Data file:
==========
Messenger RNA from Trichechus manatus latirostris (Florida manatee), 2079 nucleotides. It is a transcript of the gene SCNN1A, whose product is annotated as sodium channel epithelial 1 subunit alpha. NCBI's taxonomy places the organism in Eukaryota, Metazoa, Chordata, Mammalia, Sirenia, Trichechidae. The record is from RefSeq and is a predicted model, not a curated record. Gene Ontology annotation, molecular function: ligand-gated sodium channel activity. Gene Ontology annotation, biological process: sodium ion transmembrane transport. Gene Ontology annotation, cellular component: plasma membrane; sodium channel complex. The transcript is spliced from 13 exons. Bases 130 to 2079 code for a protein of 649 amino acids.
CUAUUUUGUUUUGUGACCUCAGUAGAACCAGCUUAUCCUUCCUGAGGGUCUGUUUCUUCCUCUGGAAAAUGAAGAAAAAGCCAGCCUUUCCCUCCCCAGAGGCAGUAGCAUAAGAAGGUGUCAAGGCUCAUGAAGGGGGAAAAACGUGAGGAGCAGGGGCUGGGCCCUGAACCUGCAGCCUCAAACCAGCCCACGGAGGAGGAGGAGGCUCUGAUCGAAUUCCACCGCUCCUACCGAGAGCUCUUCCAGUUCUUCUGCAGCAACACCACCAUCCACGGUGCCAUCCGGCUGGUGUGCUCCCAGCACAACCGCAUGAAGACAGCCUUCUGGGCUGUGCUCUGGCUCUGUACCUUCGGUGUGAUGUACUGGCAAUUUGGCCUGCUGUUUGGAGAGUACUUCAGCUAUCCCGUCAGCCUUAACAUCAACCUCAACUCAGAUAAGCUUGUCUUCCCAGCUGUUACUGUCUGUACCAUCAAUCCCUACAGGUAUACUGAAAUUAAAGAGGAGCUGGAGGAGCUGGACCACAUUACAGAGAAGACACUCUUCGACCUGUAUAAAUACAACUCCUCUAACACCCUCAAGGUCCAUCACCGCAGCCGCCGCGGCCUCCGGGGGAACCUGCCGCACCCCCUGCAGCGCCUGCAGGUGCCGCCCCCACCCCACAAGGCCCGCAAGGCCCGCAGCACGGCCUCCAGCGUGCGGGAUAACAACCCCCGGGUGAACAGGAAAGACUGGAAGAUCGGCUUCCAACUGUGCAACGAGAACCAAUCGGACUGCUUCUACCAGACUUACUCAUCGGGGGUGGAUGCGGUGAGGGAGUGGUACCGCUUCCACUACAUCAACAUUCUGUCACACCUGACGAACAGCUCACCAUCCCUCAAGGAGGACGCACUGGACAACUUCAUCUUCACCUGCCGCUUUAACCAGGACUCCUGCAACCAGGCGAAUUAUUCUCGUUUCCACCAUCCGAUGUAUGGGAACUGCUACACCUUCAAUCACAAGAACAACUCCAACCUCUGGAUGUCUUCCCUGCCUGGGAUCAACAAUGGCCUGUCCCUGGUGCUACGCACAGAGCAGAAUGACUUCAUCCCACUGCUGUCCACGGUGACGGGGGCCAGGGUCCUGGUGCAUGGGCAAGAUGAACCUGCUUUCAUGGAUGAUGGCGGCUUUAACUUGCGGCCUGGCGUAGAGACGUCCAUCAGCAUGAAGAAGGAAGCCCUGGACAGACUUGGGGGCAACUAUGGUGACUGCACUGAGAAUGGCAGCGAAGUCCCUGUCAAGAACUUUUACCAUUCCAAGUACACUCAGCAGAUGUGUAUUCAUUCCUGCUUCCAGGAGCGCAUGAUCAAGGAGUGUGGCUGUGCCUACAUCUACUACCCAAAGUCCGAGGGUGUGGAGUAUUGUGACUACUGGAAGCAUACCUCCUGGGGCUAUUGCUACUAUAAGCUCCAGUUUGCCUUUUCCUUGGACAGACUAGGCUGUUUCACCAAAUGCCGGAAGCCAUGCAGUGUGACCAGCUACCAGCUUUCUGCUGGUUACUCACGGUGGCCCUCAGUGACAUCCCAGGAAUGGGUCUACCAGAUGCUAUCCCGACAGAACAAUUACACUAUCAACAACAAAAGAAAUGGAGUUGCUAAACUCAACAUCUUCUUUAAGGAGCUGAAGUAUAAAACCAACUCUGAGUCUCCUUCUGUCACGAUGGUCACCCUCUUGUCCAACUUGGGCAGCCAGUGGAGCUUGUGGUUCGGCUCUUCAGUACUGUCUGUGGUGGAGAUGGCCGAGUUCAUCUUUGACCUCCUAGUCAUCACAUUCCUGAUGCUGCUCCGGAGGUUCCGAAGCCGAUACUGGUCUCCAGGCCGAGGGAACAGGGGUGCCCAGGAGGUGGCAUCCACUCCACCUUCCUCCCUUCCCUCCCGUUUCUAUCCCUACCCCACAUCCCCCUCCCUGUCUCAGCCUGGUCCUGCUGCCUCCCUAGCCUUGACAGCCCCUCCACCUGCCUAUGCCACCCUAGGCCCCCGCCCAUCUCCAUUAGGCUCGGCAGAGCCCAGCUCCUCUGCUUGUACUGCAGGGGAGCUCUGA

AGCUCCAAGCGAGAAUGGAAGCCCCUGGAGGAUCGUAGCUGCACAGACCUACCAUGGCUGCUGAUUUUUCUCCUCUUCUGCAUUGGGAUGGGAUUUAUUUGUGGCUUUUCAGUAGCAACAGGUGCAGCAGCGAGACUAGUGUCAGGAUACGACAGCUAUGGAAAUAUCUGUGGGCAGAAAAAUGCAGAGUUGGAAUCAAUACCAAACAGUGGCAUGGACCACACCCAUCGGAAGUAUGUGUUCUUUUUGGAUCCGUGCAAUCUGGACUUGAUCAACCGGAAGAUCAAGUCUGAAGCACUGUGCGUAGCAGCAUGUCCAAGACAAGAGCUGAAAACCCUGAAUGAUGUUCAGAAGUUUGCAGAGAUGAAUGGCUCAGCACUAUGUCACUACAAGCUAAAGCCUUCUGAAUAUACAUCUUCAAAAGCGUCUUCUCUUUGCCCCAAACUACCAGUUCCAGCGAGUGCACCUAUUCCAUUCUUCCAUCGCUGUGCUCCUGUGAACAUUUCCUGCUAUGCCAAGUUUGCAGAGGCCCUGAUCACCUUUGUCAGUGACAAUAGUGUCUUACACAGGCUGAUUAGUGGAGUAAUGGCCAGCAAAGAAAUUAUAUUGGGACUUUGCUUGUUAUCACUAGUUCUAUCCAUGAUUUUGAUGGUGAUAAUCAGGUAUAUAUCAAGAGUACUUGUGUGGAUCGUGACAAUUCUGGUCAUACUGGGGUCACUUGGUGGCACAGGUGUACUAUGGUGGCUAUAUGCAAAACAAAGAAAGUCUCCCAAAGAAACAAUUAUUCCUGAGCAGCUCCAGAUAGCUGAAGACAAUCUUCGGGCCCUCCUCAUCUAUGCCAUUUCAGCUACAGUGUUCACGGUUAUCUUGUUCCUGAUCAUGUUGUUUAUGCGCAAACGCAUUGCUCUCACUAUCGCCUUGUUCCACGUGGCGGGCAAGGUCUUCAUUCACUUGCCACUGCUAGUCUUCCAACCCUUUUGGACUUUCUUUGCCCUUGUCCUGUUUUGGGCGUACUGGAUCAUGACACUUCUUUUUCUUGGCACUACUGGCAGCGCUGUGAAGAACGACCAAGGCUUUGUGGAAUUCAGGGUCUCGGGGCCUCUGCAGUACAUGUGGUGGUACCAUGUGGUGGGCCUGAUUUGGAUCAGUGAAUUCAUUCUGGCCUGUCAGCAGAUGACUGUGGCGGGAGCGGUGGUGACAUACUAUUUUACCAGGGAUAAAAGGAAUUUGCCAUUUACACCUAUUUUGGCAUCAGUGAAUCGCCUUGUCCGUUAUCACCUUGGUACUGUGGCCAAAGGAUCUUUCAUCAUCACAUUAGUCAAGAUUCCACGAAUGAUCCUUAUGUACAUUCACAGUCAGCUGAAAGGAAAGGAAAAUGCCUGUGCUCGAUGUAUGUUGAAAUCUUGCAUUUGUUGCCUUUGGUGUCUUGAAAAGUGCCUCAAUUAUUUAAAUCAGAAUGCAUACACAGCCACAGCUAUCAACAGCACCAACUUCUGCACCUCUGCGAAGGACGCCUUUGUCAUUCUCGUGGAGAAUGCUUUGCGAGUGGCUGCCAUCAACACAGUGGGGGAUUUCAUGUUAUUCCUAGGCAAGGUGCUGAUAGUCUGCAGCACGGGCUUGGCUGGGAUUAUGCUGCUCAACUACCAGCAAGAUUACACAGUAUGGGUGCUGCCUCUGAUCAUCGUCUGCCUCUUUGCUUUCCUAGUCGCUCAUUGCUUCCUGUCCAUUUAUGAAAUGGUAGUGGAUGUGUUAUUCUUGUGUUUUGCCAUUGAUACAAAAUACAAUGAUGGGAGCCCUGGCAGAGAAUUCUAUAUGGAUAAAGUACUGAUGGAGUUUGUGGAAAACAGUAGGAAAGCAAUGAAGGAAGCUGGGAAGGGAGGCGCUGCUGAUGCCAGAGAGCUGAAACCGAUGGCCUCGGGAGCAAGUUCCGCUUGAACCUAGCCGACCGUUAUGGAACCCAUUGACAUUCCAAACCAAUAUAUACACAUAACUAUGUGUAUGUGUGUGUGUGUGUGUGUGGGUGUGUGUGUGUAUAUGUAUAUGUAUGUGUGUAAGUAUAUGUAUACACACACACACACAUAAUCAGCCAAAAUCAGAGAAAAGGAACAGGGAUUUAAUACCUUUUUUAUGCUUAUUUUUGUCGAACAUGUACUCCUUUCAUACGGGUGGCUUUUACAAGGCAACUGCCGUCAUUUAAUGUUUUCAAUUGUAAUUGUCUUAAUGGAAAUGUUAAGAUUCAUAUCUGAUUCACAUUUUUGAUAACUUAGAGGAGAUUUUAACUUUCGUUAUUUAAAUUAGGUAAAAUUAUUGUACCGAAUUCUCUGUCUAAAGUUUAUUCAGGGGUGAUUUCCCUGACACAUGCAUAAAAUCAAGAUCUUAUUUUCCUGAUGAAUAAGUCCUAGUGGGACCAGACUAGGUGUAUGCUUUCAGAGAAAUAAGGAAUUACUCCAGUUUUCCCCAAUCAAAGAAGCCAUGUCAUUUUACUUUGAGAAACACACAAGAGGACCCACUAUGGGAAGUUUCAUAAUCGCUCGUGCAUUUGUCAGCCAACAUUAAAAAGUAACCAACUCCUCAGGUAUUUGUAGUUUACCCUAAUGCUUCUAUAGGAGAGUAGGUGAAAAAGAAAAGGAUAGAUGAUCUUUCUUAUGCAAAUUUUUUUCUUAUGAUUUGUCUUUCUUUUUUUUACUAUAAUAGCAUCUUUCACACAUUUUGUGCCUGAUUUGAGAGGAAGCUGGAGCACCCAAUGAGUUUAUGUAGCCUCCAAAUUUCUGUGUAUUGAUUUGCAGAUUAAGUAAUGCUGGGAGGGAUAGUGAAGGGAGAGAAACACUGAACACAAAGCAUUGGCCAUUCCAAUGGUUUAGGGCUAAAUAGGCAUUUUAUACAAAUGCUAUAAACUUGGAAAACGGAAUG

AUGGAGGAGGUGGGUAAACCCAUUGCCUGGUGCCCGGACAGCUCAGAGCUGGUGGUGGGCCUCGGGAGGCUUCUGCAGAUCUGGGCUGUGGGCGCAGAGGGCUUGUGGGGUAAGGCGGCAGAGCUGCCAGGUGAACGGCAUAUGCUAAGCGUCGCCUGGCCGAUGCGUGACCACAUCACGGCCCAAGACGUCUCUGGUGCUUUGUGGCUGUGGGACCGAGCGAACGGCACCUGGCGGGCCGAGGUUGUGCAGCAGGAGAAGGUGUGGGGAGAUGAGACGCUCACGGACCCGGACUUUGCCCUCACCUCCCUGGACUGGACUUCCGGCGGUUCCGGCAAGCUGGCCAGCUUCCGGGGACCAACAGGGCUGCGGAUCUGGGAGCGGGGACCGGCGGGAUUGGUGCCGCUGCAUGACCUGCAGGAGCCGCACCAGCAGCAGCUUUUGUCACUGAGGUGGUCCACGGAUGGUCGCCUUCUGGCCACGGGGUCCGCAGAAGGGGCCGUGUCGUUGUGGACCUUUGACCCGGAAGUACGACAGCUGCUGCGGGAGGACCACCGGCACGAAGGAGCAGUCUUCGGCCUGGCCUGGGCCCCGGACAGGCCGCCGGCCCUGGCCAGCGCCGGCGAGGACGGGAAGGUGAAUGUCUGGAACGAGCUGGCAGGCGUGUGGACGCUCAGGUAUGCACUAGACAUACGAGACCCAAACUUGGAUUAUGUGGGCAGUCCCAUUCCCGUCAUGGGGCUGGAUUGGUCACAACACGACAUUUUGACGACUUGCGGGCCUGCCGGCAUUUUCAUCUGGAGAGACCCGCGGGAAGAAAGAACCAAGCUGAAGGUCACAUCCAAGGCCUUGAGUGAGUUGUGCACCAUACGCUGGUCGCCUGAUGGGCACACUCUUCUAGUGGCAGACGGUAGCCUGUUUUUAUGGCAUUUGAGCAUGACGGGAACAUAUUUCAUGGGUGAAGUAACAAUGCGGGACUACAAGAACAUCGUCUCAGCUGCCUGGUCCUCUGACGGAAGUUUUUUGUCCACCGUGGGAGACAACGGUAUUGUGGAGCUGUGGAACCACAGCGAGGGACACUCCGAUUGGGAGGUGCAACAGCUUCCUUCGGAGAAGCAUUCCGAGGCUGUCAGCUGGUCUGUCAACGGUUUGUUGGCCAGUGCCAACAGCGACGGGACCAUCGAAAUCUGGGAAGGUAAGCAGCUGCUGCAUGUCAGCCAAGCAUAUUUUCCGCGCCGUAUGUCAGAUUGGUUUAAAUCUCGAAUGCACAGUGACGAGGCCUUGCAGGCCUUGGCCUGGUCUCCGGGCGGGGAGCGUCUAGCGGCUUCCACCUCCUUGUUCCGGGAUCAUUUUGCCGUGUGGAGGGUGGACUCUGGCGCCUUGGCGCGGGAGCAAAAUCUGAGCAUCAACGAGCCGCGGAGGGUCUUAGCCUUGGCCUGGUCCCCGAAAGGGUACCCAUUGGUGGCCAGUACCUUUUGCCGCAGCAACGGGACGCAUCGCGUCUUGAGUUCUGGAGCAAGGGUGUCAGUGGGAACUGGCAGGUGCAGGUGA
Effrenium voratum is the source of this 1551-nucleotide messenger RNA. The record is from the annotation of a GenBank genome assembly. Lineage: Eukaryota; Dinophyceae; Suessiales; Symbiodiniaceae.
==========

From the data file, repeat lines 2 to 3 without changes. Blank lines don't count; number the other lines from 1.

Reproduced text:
CUAUUUUGUUUUGUGACCUCAGUAGAACCAGCUUAUCCUUCCUGAGGGUCUGUUUCUUCCUCUGGAAAAUGAAGAAAAAGCCAGCCUUUCCCUCCCCAGAGGCAGUAGCAUAAGAAGGUGUCAAGGCUCAUGAAGGGGGAAAAACGUGAGGAGCAGGGGCUGGGCCCUGAACCUGCAGCCUCAAACCAGCCCACGGAGGAGGAGGAGGCUCUGAUCGAAUUCCACCGCUCCUACCGAGAGCUCUUCCAGUUCUUCUGCAGCAACACCACCAUCCACGGUGCCAUCCGGCUGGUGUGCUCCCAGCACAACCGCAUGAAGACAGCCUUCUGGGCUGUGCUCUGGCUCUGUACCUUCGGUGUGAUGUACUGGCAAUUUGGCCUGCUGUUUGGAGAGUACUUCAGCUAUCCCGUCAGCCUUAACAUCAACCUCAACUCAGAUAAGCUUGUCUUCCCAGCUGUUACUGUCUGUACCAUCAAUCCCUACAGGUAUACUGAAAUUAAAGAGGAGCUGGAGGAGCUGGACCACAUUACAGAGAAGACACUCUUCGACCUGUAUAAAUACAACUCCUCUAACACCCUCAAGGUCCAUCACCGCAGCCGCCGCGGCCUCCGGGGGAACCUGCCGCACCCCCUGCAGCGCCUGCAGGUGCCGCCCCCACCCCACAAGGCCCGCAAGGCCCGCAGCACGGCCUCCAGCGUGCGGGAUAACAACCCCCGGGUGAACAGGAAAGACUGGAAGAUCGGCUUCCAACUGUGCAACGAGAACCAAUCGGACUGCUUCUACCAGACUUACUCAUCGGGGGUGGAUGCGGUGAGGGAGUGGUACCGCUUCCACUACAUCAACAUUCUGUCACACCUGACGAACAGCUCACCAUCCCUCAAGGAGGACGCACUGGACAACUUCAUCUUCACCUGCCGCUUUAACCAGGACUCCUGCAACCAGGCGAAUUAUUCUCGUUUCCACCAUCCGAUGUAUGGGAACUGCUACACCUUCAAUCACAAGAACAACUCCAACCUCUGGAUGUCUUCCCUGCCUGGGAUCAACAAUGGCCUGUCCCUGGUGCUACGCACAGAGCAGAAUGACUUCAUCCCACUGCUGUCCACGGUGACGGGGGCCAGGGUCCUGGUGCAUGGGCAAGAUGAACCUGCUUUCAUGGAUGAUGGCGGCUUUAACUUGCGGCCUGGCGUAGAGACGUCCAUCAGCAUGAAGAAGGAAGCCCUGGACAGACUUGGGGGCAACUAUGGUGACUGCACUGAGAAUGGCAGCGAAGUCCCUGUCAAGAACUUUUACCAUUCCAAGUACACUCAGCAGAUGUGUAUUCAUUCCUGCUUCCAGGAGCGCAUGAUCAAGGAGUGUGGCUGUGCCUACAUCUACUACCCAAAGUCCGAGGGUGUGGAGUAUUGUGACUACUGGAAGCAUACCUCCUGGGGCUAUUGCUACUAUAAGCUCCAGUUUGCCUUUUCCUUGGACAGACUAGGCUGUUUCACCAAAUGCCGGAAGCCAUGCAGUGUGACCAGCUACCAGCUUUCUGCUGGUUACUCACGGUGGCCCUCAGUGACAUCCCAGGAAUGGGUCUACCAGAUGCUAUCCCGACAGAACAAUUACACUAUCAACAACAAAAGAAAUGGAGUUGCUAAACUCAACAUCUUCUUUAAGGAGCUGAAGUAUAAAACCAACUCUGAGUCUCCUUCUGUCACGAUGGUCACCCUCUUGUCCAACUUGGGCAGCCAGUGGAGCUUGUGGUUCGGCUCUUCAGUACUGUCUGUGGUGGAGAUGGCCGAGUUCAUCUUUGACCUCCUAGUCAUCACAUUCCUGAUGCUGCUCCGGAGGUUCCGAAGCCGAUACUGGUCUCCAGGCCGAGGGAACAGGGGUGCCCAGGAGGUGGCAUCCACUCCACCUUCCUCCCUUCCCUCCCGUUUCUAUCCCUACCCCACAUCCCCCUCCCUGUCUCAGCCUGGUCCUGCUGCCUCCCUAGCCUUGACAGCCCCUCCACCUGCCUAUGCCACCCUAGGCCCCCGCCCAUCUCCAUUAGGCUCGGCAGAGCCCAGCUCCUCUGCUUGUACUGCAGGGGAGCUCUGA

AGCUCCAAGCGAGAAUGGAAGCCCCUGGAGGAUCGUAGCUGCACAGACCUACCAUGGCUGCUGAUUUUUCUCCUCUUCUGCAUUGGGAUGGGAUUUAUUUGUGGCUUUUCAGUAGCAACAGGUGCAGCAGCGAGACUAGUGUCAGGAUACGACAGCUAUGGAAAUAUCUGUGGGCAGAAAAAUGCAGAGUUGGAAUCAAUACCAAACAGUGGCAUGGACCACACCCAUCGGAAGUAUGUGUUCUUUUUGGAUCCGUGCAAUCUGGACUUGAUCAACCGGAAGAUCAAGUCUGAAGCACUGUGCGUAGCAGCAUGUCCAAGACAAGAGCUGAAAACCCUGAAUGAUGUUCAGAAGUUUGCAGAGAUGAAUGGCUCAGCACUAUGUCACUACAAGCUAAAGCCUUCUGAAUAUACAUCUUCAAAAGCGUCUUCUCUUUGCCCCAAACUACCAGUUCCAGCGAGUGCACCUAUUCCAUUCUUCCAUCGCUGUGCUCCUGUGAACAUUUCCUGCUAUGCCAAGUUUGCAGAGGCCCUGAUCACCUUUGUCAGUGACAAUAGUGUCUUACACAGGCUGAUUAGUGGAGUAAUGGCCAGCAAAGAAAUUAUAUUGGGACUUUGCUUGUUAUCACUAGUUCUAUCCAUGAUUUUGAUGGUGAUAAUCAGGUAUAUAUCAAGAGUACUUGUGUGGAUCGUGACAAUUCUGGUCAUACUGGGGUCACUUGGUGGCACAGGUGUACUAUGGUGGCUAUAUGCAAAACAAAGAAAGUCUCCCAAAGAAACAAUUAUUCCUGAGCAGCUCCAGAUAGCUGAAGACAAUCUUCGGGCCCUCCUCAUCUAUGCCAUUUCAGCUACAGUGUUCACGGUUAUCUUGUUCCUGAUCAUGUUGUUUAUGCGCAAACGCAUUGCUCUCACUAUCGCCUUGUUCCACGUGGCGGGCAAGGUCUUCAUUCACUUGCCACUGCUAGUCUUCCAACCCUUUUGGACUUUCUUUGCCCUUGUCCUGUUUUGGGCGUACUGGAUCAUGACACUUCUUUUUCUUGGCACUACUGGCAGCGCUGUGAAGAACGACCAAGGCUUUGUGGAAUUCAGGGUCUCGGGGCCUCUGCAGUACAUGUGGUGGUACCAUGUGGUGGGCCUGAUUUGGAUCAGUGAAUUCAUUCUGGCCUGUCAGCAGAUGACUGUGGCGGGAGCGGUGGUGACAUACUAUUUUACCAGGGAUAAAAGGAAUUUGCCAUUUACACCUAUUUUGGCAUCAGUGAAUCGCCUUGUCCGUUAUCACCUUGGUACUGUGGCCAAAGGAUCUUUCAUCAUCACAUUAGUCAAGAUUCCACGAAUGAUCCUUAUGUACAUUCACAGUCAGCUGAAAGGAAAGGAAAAUGCCUGUGCUCGAUGUAUGUUGAAAUCUUGCAUUUGUUGCCUUUGGUGUCUUGAAAAGUGCCUCAAUUAUUUAAAUCAGAAUGCAUACACAGCCACAGCUAUCAACAGCACCAACUUCUGCACCUCUGCGAAGGACGCCUUUGUCAUUCUCGUGGAGAAUGCUUUGCGAGUGGCUGCCAUCAACACAGUGGGGGAUUUCAUGUUAUUCCUAGGCAAGGUGCUGAUAGUCUGCAGCACGGGCUUGGCUGGGAUUAUGCUGCUCAACUACCAGCAAGAUUACACAGUAUGGGUGCUGCCUCUGAUCAUCGUCUGCCUCUUUGCUUUCCUAGUCGCUCAUUGCUUCCUGUCCAUUUAUGAAAUGGUAGUGGAUGUGUUAUUCUUGUGUUUUGCCAUUGAUACAAAAUACAAUGAUGGGAGCCCUGGCAGAGAAUUCUAUAUGGAUAAAGUACUGAUGGAGUUUGUGGAAAACAGUAGGAAAGCAAUGAAGGAAGCUGGGAAGGGAGGCGCUGCUGAUGCCAGAGAGCUGAAACCGAUGGCCUCGGGAGCAAGUUCCGCUUGAACCUAGCCGACCGUUAUGGAACCCAUUGACAUUCCAAACCAAUAUAUACACAUAACUAUGUGUAUGUGUGUGUGUGUGUGUGUGGGUGUGUGUGUGUAUAUGUAUAUGUAUGUGUGUAAGUAUAUGUAUACACACACACACACAUAAUCAGCCAAAAUCAGAGAAAAGGAACAGGGAUUUAAUACCUUUUUUAUGCUUAUUUUUGUCGAACAUGUACUCCUUUCAUACGGGUGGCUUUUACAAGGCAACUGCCGUCAUUUAAUGUUUUCAAUUGUAAUUGUCUUAAUGGAAAUGUUAAGAUUCAUAUCUGAUUCACAUUUUUGAUAACUUAGAGGAGAUUUUAACUUUCGUUAUUUAAAUUAGGUAAAAUUAUUGUACCGAAUUCUCUGUCUAAAGUUUAUUCAGGGGUGAUUUCCCUGACACAUGCAUAAAAUCAAGAUCUUAUUUUCCUGAUGAAUAAGUCCUAGUGGGACCAGACUAGGUGUAUGCUUUCAGAGAAAUAAGGAAUUACUCCAGUUUUCCCCAAUCAAAGAAGCCAUGUCAUUUUACUUUGAGAAACACACAAGAGGACCCACUAUGGGAAGUUUCAUAAUCGCUCGUGCAUUUGUCAGCCAACAUUAAAAAGUAACCAACUCCUCAGGUAUUUGUAGUUUACCCUAAUGCUUCUAUAGGAGAGUAGGUGAAAAAGAAAAGGAUAGAUGAUCUUUCUUAUGCAAAUUUUUUUCUUAUGAUUUGUCUUUCUUUUUUUUACUAUAAUAGCAUCUUUCACACAUUUUGUGCCUGAUUUGAGAGGAAGCUGGAGCACCCAAUGAGUUUAUGUAGCCUCCAAAUUUCUGUGUAUUGAUUUGCAGAUUAAGUAAUGCUGGGAGGGAUAGUGAAGGGAGAGAAACACUGAACACAAAGCAUUGGCCAUUCCAAUGGUUUAGGGCUAAAUAGGCAUUUUAUACAAAUGCUAUAAACUUGGAAAACGGAAUG